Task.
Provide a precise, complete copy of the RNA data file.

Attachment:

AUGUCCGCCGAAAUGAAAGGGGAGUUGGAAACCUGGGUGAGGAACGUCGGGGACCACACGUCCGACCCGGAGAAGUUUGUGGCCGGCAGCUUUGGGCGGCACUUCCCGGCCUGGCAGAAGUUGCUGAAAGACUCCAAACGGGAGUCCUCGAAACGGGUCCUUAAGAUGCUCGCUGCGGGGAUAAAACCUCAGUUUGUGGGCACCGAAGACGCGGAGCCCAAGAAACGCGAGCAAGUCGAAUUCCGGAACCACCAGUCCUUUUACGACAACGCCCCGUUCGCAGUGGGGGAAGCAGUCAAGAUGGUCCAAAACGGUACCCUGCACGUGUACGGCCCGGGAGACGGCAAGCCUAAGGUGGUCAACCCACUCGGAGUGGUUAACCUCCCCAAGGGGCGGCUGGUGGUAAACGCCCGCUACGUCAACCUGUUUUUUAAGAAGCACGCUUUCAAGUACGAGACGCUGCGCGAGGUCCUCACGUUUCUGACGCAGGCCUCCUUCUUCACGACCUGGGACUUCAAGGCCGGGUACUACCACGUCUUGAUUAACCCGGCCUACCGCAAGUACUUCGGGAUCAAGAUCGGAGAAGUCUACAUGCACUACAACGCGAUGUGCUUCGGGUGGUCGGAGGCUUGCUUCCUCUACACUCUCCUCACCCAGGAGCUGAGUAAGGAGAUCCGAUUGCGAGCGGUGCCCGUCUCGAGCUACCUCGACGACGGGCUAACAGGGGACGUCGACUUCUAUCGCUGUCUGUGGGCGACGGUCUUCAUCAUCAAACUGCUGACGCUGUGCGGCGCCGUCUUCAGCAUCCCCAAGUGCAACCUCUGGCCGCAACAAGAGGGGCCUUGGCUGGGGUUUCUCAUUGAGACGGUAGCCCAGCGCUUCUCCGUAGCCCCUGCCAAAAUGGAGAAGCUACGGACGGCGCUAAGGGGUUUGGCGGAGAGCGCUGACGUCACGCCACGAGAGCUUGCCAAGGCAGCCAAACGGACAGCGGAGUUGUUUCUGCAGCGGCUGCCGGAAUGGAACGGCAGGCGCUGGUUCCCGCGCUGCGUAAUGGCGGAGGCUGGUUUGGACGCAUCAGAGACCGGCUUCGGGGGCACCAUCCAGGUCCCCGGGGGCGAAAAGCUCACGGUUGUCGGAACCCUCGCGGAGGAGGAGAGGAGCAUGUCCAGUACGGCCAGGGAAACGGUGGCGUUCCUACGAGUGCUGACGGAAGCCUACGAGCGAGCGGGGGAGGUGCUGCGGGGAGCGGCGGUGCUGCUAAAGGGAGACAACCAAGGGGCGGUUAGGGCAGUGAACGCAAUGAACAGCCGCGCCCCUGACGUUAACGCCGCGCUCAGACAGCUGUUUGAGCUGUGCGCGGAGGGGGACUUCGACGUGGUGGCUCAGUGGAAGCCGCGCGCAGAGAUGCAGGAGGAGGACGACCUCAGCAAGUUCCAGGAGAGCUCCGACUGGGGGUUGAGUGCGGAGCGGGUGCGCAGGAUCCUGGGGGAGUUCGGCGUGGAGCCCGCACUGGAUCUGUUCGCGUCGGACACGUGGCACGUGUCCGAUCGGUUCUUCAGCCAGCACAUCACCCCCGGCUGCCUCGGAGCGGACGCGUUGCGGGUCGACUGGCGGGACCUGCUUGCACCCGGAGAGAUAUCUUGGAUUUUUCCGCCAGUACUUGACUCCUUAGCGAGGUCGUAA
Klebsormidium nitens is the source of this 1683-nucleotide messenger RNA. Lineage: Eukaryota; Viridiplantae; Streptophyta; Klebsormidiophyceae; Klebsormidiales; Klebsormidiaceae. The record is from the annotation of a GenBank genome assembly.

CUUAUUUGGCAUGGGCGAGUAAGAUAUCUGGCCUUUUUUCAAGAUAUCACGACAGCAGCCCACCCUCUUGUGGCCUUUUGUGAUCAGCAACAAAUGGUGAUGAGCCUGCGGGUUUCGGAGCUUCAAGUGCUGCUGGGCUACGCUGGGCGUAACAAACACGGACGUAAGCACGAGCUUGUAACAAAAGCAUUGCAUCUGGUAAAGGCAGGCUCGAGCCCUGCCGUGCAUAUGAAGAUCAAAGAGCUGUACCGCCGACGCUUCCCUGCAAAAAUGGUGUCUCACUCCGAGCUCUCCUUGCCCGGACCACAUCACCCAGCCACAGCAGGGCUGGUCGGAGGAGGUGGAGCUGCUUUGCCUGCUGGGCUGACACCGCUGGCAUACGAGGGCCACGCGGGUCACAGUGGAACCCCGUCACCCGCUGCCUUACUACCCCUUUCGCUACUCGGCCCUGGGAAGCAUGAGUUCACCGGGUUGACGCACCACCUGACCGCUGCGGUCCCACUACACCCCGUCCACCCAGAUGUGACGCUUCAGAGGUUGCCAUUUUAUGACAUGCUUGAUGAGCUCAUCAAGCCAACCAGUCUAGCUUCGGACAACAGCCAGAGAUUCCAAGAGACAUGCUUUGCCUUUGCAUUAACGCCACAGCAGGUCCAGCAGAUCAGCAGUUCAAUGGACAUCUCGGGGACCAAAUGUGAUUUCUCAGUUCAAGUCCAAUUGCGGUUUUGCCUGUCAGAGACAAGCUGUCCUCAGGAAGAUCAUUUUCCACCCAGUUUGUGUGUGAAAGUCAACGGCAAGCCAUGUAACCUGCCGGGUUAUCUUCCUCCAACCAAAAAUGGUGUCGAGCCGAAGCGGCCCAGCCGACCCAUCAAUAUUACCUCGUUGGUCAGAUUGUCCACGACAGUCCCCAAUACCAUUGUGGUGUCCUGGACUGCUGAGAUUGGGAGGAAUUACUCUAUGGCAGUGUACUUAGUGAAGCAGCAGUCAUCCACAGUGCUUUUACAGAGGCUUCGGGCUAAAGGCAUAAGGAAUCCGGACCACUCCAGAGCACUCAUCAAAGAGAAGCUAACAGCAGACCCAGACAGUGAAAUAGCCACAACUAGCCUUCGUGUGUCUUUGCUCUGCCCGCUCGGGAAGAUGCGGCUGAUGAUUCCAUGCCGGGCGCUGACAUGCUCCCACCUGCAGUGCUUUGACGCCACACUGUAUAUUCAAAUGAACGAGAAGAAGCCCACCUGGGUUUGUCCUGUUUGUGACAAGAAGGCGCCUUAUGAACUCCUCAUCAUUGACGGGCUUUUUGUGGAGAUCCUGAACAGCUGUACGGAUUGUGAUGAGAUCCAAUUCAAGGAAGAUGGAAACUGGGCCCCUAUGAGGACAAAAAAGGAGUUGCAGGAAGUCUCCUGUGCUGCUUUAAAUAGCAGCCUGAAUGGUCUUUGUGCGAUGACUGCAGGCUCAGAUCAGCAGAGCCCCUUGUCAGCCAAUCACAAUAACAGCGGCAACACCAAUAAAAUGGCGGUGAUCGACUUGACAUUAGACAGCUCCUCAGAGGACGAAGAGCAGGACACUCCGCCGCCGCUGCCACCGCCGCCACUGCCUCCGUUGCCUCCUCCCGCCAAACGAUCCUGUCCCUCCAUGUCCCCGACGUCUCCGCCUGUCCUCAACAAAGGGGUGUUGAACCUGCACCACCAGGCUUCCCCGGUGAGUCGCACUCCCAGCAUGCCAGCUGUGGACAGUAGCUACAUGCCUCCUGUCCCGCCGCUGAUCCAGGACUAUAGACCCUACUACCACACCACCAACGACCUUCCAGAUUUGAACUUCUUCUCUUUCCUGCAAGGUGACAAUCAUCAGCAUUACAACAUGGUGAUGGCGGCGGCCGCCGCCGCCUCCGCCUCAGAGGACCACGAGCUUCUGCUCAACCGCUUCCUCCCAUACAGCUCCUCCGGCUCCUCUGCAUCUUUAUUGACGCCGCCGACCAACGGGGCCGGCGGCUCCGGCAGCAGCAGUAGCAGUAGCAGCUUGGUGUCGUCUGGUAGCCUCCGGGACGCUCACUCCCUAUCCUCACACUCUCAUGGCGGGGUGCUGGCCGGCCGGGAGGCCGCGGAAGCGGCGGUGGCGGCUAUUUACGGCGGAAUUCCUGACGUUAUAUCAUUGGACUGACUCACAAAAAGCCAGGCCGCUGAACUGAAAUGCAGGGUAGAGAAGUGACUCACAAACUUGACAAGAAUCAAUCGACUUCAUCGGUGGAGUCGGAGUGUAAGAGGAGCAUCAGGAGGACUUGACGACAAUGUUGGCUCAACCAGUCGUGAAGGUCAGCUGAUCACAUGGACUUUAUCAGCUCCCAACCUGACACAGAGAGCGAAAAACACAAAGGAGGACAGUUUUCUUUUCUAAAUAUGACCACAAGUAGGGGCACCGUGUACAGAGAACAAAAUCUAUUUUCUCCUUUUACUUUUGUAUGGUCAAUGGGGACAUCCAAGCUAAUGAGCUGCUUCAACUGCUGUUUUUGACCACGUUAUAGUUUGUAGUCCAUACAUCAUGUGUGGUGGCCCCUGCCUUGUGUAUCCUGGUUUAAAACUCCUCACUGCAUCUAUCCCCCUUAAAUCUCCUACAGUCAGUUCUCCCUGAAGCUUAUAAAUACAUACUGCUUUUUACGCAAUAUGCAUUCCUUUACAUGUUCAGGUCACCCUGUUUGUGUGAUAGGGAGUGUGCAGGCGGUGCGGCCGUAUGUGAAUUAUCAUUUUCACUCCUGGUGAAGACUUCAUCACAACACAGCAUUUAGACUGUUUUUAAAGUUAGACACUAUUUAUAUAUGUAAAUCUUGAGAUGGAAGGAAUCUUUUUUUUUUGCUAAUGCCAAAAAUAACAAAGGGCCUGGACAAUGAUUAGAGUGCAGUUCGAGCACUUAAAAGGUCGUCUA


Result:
AUGUCCGCCGAAAUGAAAGGGGAGUUGGAAACCUGGGUGAGGAACGUCGGGGACCACACGUCCGACCCGGAGAAGUUUGUGGCCGGCAGCUUUGGGCGGCACUUCCCGGCCUGGCAGAAGUUGCUGAAAGACUCCAAACGGGAGUCCUCGAAACGGGUCCUUAAGAUGCUCGCUGCGGGGAUAAAACCUCAGUUUGUGGGCACCGAAGACGCGGAGCCCAAGAAACGCGAGCAAGUCGAAUUCCGGAACCACCAGUCCUUUUACGACAACGCCCCGUUCGCAGUGGGGGAAGCAGUCAAGAUGGUCCAAAACGGUACCCUGCACGUGUACGGCCCGGGAGACGGCAAGCCUAAGGUGGUCAACCCACUCGGAGUGGUUAACCUCCCCAAGGGGCGGCUGGUGGUAAACGCCCGCUACGUCAACCUGUUUUUUAAGAAGCACGCUUUCAAGUACGAGACGCUGCGCGAGGUCCUCACGUUUCUGACGCAGGCCUCCUUCUUCACGACCUGGGACUUCAAGGCCGGGUACUACCACGUCUUGAUUAACCCGGCCUACCGCAAGUACUUCGGGAUCAAGAUCGGAGAAGUCUACAUGCACUACAACGCGAUGUGCUUCGGGUGGUCGGAGGCUUGCUUCCUCUACACUCUCCUCACCCAGGAGCUGAGUAAGGAGAUCCGAUUGCGAGCGGUGCCCGUCUCGAGCUACCUCGACGACGGGCUAACAGGGGACGUCGACUUCUAUCGCUGUCUGUGGGCGACGGUCUUCAUCAUCAAACUGCUGACGCUGUGCGGCGCCGUCUUCAGCAUCCCCAAGUGCAACCUCUGGCCGCAACAAGAGGGGCCUUGGCUGGGGUUUCUCAUUGAGACGGUAGCCCAGCGCUUCUCCGUAGCCCCUGCCAAAAUGGAGAAGCUACGGACGGCGCUAAGGGGUUUGGCGGAGAGCGCUGACGUCACGCCACGAGAGCUUGCCAAGGCAGCCAAACGGACAGCGGAGUUGUUUCUGCAGCGGCUGCCGGAAUGGAACGGCAGGCGCUGGUUCCCGCGCUGCGUAAUGGCGGAGGCUGGUUUGGACGCAUCAGAGACCGGCUUCGGGGGCACCAUCCAGGUCCCCGGGGGCGAAAAGCUCACGGUUGUCGGAACCCUCGCGGAGGAGGAGAGGAGCAUGUCCAGUACGGCCAGGGAAACGGUGGCGUUCCUACGAGUGCUGACGGAAGCCUACGAGCGAGCGGGGGAGGUGCUGCGGGGAGCGGCGGUGCUGCUAAAGGGAGACAACCAAGGGGCGGUUAGGGCAGUGAACGCAAUGAACAGCCGCGCCCCUGACGUUAACGCCGCGCUCAGACAGCUGUUUGAGCUGUGCGCGGAGGGGGACUUCGACGUGGUGGCUCAGUGGAAGCCGCGCGCAGAGAUGCAGGAGGAGGACGACCUCAGCAAGUUCCAGGAGAGCUCCGACUGGGGGUUGAGUGCGGAGCGGGUGCGCAGGAUCCUGGGGGAGUUCGGCGUGGAGCCCGCACUGGAUCUGUUCGCGUCGGACACGUGGCACGUGUCCGAUCGGUUCUUCAGCCAGCACAUCACCCCCGGCUGCCUCGGAGCGGACGCGUUGCGGGUCGACUGGCGGGACCUGCUUGCACCCGGAGAGAUAUCUUGGAUUUUUCCGCCAGUACUUGACUCCUUAGCGAGGUCGUAA
Klebsormidium nitens is the source of this 1683-nucleotide messenger RNA. Lineage: Eukaryota; Viridiplantae; Streptophyta; Klebsormidiophyceae; Klebsormidiales; Klebsormidiaceae. The record is from the annotation of a GenBank genome assembly.

CUUAUUUGGCAUGGGCGAGUAAGAUAUCUGGCCUUUUUUCAAGAUAUCACGACAGCAGCCCACCCUCUUGUGGCCUUUUGUGAUCAGCAACAAAUGGUGAUGAGCCUGCGGGUUUCGGAGCUUCAAGUGCUGCUGGGCUACGCUGGGCGUAACAAACACGGACGUAAGCACGAGCUUGUAACAAAAGCAUUGCAUCUGGUAAAGGCAGGCUCGAGCCCUGCCGUGCAUAUGAAGAUCAAAGAGCUGUACCGCCGACGCUUCCCUGCAAAAAUGGUGUCUCACUCCGAGCUCUCCUUGCCCGGACCACAUCACCCAGCCACAGCAGGGCUGGUCGGAGGAGGUGGAGCUGCUUUGCCUGCUGGGCUGACACCGCUGGCAUACGAGGGCCACGCGGGUCACAGUGGAACCCCGUCACCCGCUGCCUUACUACCCCUUUCGCUACUCGGCCCUGGGAAGCAUGAGUUCACCGGGUUGACGCACCACCUGACCGCUGCGGUCCCACUACACCCCGUCCACCCAGAUGUGACGCUUCAGAGGUUGCCAUUUUAUGACAUGCUUGAUGAGCUCAUCAAGCCAACCAGUCUAGCUUCGGACAACAGCCAGAGAUUCCAAGAGACAUGCUUUGCCUUUGCAUUAACGCCACAGCAGGUCCAGCAGAUCAGCAGUUCAAUGGACAUCUCGGGGACCAAAUGUGAUUUCUCAGUUCAAGUCCAAUUGCGGUUUUGCCUGUCAGAGACAAGCUGUCCUCAGGAAGAUCAUUUUCCACCCAGUUUGUGUGUGAAAGUCAACGGCAAGCCAUGUAACCUGCCGGGUUAUCUUCCUCCAACCAAAAAUGGUGUCGAGCCGAAGCGGCCCAGCCGACCCAUCAAUAUUACCUCGUUGGUCAGAUUGUCCACGACAGUCCCCAAUACCAUUGUGGUGUCCUGGACUGCUGAGAUUGGGAGGAAUUACUCUAUGGCAGUGUACUUAGUGAAGCAGCAGUCAUCCACAGUGCUUUUACAGAGGCUUCGGGCUAAAGGCAUAAGGAAUCCGGACCACUCCAGAGCACUCAUCAAAGAGAAGCUAACAGCAGACCCAGACAGUGAAAUAGCCACAACUAGCCUUCGUGUGUCUUUGCUCUGCCCGCUCGGGAAGAUGCGGCUGAUGAUUCCAUGCCGGGCGCUGACAUGCUCCCACCUGCAGUGCUUUGACGCCACACUGUAUAUUCAAAUGAACGAGAAGAAGCCCACCUGGGUUUGUCCUGUUUGUGACAAGAAGGCGCCUUAUGAACUCCUCAUCAUUGACGGGCUUUUUGUGGAGAUCCUGAACAGCUGUACGGAUUGUGAUGAGAUCCAAUUCAAGGAAGAUGGAAACUGGGCCCCUAUGAGGACAAAAAAGGAGUUGCAGGAAGUCUCCUGUGCUGCUUUAAAUAGCAGCCUGAAUGGUCUUUGUGCGAUGACUGCAGGCUCAGAUCAGCAGAGCCCCUUGUCAGCCAAUCACAAUAACAGCGGCAACACCAAUAAAAUGGCGGUGAUCGACUUGACAUUAGACAGCUCCUCAGAGGACGAAGAGCAGGACACUCCGCCGCCGCUGCCACCGCCGCCACUGCCUCCGUUGCCUCCUCCCGCCAAACGAUCCUGUCCCUCCAUGUCCCCGACGUCUCCGCCUGUCCUCAACAAAGGGGUGUUGAACCUGCACCACCAGGCUUCCCCGGUGAGUCGCACUCCCAGCAUGCCAGCUGUGGACAGUAGCUACAUGCCUCCUGUCCCGCCGCUGAUCCAGGACUAUAGACCCUACUACCACACCACCAACGACCUUCCAGAUUUGAACUUCUUCUCUUUCCUGCAAGGUGACAAUCAUCAGCAUUACAACAUGGUGAUGGCGGCGGCCGCCGCCGCCUCCGCCUCAGAGGACCACGAGCUUCUGCUCAACCGCUUCCUCCCAUACAGCUCCUCCGGCUCCUCUGCAUCUUUAUUGACGCCGCCGACCAACGGGGCCGGCGGCUCCGGCAGCAGCAGUAGCAGUAGCAGCUUGGUGUCGUCUGGUAGCCUCCGGGACGCUCACUCCCUAUCCUCACACUCUCAUGGCGGGGUGCUGGCCGGCCGGGAGGCCGCGGAAGCGGCGGUGGCGGCUAUUUACGGCGGAAUUCCUGACGUUAUAUCAUUGGACUGACUCACAAAAAGCCAGGCCGCUGAACUGAAAUGCAGGGUAGAGAAGUGACUCACAAACUUGACAAGAAUCAAUCGACUUCAUCGGUGGAGUCGGAGUGUAAGAGGAGCAUCAGGAGGACUUGACGACAAUGUUGGCUCAACCAGUCGUGAAGGUCAGCUGAUCACAUGGACUUUAUCAGCUCCCAACCUGACACAGAGAGCGAAAAACACAAAGGAGGACAGUUUUCUUUUCUAAAUAUGACCACAAGUAGGGGCACCGUGUACAGAGAACAAAAUCUAUUUUCUCCUUUUACUUUUGUAUGGUCAAUGGGGACAUCCAAGCUAAUGAGCUGCUUCAACUGCUGUUUUUGACCACGUUAUAGUUUGUAGUCCAUACAUCAUGUGUGGUGGCCCCUGCCUUGUGUAUCCUGGUUUAAAACUCCUCACUGCAUCUAUCCCCCUUAAAUCUCCUACAGUCAGUUCUCCCUGAAGCUUAUAAAUACAUACUGCUUUUUACGCAAUAUGCAUUCCUUUACAUGUUCAGGUCACCCUGUUUGUGUGAUAGGGAGUGUGCAGGCGGUGCGGCCGUAUGUGAAUUAUCAUUUUCACUCCUGGUGAAGACUUCAUCACAACACAGCAUUUAGACUGUUUUUAAAGUUAGACACUAUUUAUAUAUGUAAAUCUUGAGAUGGAAGGAAUCUUUUUUUUUUGCUAAUGCCAAAAAUAACAAAGGGCCUGGACAAUGAUUAGAGUGCAGUUCGAGCACUUAAAAGGUCGUCUA